DR: Are there any blogs, websites or apps that you check frequently for inspiration?
BP: There are so many it's really hard to choose. Mostly I’m very involved in social media -- Twitter, Medium, LinkedIn, Spectrum, and the Product Hive Slack channel are where I keep up with what’s going on in the industry. Any articles that I should be paying attention to usually make their way into one of those feeds. I lean more toward books and individual people these days to keep me the most informed.
DR: Definitely! Are there any brands or designers that speak to you professionally?
BP: Many of the people I look up to have a strong understanding of business, design, and product. So for obvious reasons, people like my partners Andrew Branch and Wade Shearer have been strong influences for me.
I also respect the work of Nate Walkingshaw, Josh Penrod, Jared Fitch, Paul Mayne, Julie Zhuo, Katie Dill, Daniel Burka, Marc Hemeon, Paul Adams, Mia Blume, Mike Davidson, and many more. Too many to be named.
I actually find it sad that there are so many talented people out there that aren’t in the spotlight. There are too many talented people to play favorites anymore. Individual achievements are difficult for me because so much of what is built today is built by teams as a collaboration of effort.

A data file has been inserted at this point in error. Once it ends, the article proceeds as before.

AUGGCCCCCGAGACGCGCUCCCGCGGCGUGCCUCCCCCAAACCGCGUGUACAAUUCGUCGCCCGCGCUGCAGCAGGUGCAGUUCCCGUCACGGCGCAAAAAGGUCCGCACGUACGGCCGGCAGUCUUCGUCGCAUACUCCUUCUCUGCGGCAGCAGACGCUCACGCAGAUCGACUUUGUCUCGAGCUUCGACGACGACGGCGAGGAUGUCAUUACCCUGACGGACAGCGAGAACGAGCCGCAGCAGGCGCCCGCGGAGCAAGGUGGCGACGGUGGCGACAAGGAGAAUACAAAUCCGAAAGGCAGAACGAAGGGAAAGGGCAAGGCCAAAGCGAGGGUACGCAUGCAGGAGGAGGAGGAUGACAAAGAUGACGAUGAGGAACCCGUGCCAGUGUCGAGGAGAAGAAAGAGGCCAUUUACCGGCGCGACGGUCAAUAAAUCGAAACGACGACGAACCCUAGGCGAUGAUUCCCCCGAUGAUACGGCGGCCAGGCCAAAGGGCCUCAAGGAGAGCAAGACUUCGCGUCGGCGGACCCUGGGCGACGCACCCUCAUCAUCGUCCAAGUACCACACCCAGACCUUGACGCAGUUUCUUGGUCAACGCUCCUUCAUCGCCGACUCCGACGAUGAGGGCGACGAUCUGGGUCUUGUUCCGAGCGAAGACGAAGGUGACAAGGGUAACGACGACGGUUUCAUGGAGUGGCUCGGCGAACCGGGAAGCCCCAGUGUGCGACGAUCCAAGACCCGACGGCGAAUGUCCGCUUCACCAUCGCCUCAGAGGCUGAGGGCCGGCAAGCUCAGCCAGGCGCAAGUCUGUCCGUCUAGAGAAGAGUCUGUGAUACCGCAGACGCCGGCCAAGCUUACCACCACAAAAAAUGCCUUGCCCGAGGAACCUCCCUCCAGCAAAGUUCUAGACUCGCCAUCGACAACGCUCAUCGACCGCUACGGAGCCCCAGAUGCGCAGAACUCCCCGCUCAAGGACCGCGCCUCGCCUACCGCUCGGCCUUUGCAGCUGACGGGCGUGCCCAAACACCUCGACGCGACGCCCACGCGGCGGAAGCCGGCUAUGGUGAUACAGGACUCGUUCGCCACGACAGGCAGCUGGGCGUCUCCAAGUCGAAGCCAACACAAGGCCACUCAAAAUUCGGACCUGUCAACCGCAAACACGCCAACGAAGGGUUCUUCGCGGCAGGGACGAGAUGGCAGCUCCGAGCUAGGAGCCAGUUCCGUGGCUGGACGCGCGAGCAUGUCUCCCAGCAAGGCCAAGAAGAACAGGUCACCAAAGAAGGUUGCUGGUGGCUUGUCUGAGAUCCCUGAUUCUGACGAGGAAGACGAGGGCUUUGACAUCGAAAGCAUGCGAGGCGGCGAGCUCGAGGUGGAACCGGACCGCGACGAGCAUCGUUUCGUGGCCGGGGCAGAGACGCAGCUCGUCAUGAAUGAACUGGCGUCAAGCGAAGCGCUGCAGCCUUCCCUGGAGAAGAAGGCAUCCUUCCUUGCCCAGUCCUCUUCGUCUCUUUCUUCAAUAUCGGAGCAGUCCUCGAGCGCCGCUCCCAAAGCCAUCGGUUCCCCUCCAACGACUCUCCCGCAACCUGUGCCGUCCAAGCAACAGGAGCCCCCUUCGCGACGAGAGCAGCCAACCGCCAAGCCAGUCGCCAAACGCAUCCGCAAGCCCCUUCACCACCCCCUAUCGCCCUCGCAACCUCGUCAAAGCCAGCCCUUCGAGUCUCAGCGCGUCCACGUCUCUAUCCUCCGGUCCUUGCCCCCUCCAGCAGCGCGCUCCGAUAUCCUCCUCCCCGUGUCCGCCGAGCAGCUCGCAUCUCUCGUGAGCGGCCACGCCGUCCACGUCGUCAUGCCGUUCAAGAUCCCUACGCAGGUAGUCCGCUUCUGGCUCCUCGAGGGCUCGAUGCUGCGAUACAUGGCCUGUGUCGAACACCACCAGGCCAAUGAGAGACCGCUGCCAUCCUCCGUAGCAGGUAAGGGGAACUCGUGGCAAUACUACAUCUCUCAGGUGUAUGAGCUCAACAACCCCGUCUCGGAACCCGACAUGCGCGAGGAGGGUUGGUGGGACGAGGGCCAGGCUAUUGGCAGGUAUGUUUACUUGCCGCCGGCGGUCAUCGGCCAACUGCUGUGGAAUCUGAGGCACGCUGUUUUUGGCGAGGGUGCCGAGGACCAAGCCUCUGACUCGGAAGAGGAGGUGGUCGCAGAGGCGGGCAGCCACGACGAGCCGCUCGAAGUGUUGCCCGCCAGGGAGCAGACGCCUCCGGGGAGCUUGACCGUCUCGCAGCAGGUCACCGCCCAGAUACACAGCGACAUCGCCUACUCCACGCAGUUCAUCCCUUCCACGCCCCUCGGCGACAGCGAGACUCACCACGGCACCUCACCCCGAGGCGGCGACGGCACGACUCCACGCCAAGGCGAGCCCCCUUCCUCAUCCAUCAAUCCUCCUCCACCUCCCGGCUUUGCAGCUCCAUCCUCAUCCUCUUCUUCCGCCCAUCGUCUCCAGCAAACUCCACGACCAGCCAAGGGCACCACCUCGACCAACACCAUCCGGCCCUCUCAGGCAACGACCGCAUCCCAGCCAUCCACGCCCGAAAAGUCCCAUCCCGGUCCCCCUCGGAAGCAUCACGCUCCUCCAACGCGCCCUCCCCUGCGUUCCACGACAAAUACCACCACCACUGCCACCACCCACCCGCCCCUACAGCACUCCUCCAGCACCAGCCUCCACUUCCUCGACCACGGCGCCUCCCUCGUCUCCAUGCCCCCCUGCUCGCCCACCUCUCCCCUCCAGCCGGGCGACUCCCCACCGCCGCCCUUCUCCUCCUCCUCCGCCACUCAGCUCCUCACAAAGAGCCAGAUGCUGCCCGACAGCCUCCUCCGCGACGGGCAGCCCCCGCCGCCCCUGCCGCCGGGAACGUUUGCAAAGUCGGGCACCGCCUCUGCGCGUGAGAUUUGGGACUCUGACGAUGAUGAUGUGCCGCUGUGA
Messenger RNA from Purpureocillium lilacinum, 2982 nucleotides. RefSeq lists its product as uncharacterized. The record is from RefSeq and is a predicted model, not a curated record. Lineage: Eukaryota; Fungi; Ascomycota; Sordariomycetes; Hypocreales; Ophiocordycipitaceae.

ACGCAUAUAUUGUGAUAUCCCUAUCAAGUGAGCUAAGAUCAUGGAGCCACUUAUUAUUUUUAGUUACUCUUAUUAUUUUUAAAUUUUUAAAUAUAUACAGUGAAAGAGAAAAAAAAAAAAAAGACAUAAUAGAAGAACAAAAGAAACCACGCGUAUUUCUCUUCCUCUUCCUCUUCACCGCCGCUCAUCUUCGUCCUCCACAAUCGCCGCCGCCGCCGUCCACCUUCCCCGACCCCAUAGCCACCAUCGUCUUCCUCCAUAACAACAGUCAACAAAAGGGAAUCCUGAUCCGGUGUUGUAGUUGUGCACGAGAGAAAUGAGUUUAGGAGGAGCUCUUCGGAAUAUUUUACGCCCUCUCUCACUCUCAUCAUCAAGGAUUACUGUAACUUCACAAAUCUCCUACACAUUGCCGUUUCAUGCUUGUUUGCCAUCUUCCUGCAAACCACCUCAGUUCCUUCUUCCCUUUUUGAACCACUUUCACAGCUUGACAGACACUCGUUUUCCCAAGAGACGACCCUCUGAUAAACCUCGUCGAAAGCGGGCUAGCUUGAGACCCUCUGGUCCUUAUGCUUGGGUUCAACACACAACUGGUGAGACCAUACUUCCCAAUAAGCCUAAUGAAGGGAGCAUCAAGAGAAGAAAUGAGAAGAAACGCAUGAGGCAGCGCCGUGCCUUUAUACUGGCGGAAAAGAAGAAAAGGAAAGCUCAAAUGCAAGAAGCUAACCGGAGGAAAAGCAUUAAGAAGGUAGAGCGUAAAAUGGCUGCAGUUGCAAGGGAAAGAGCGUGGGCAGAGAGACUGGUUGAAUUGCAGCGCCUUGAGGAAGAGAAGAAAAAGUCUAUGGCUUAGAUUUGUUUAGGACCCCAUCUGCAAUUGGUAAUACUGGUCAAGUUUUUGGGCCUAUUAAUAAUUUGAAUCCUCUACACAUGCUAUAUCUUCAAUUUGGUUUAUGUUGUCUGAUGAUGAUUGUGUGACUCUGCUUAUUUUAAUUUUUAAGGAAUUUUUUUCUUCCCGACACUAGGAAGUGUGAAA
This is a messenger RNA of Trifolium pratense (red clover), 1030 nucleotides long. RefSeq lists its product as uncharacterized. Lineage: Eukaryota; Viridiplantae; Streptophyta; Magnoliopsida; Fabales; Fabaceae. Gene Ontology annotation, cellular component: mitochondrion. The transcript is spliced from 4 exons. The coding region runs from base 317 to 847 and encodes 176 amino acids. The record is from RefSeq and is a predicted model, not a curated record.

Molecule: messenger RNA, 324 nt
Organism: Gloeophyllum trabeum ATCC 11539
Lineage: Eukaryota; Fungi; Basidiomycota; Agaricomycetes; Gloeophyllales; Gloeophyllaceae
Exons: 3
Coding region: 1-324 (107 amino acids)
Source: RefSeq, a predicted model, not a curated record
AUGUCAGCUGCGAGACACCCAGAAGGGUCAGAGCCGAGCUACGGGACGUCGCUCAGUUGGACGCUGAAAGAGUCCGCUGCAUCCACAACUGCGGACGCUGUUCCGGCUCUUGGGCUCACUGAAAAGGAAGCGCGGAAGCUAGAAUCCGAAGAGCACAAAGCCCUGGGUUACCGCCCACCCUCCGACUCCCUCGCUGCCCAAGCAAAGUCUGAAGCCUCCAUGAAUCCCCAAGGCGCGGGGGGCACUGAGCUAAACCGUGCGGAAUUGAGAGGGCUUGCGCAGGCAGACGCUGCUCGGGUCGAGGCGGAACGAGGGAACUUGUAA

DR: That's such a great way to view collaboration. You have so much experience across many areas of the design industry. What advice do you have for designers who are new to their career, but hoping to grow quickly?
BP: Always keep learning. Just because you might have gone through college, taken a course online or attended a bootcamp to expand your horizons. Ask people you look up to very specific questions of what you’d like to learn from them and they’ll be more than willing to share. Don’t ask people to be your mentor, just ask for their help on a thing you want to improve and they'll “end up” being your mentor.
Ask every company you interview with how they approach individual career growth within their company so you can know what to expect going in. Also, understand that career growth will look very different depending on the size and maturity of each company.
DR: Alright, last one -- do you have any final thoughts, comments, or words of wisdom you’d like to share with someone in the industry?
BP: Always learn and create. If you want to keep up with the design and tech industries, always find time to learn new skills, both soft and hard skills, then create as much as you can with those skills.
That could be anything that suits your interests. For me, in my leadership roles at this current state of my life, that very much revolves around organizational design, processes and community content. For you, it might be something very different. Find it and just run with it.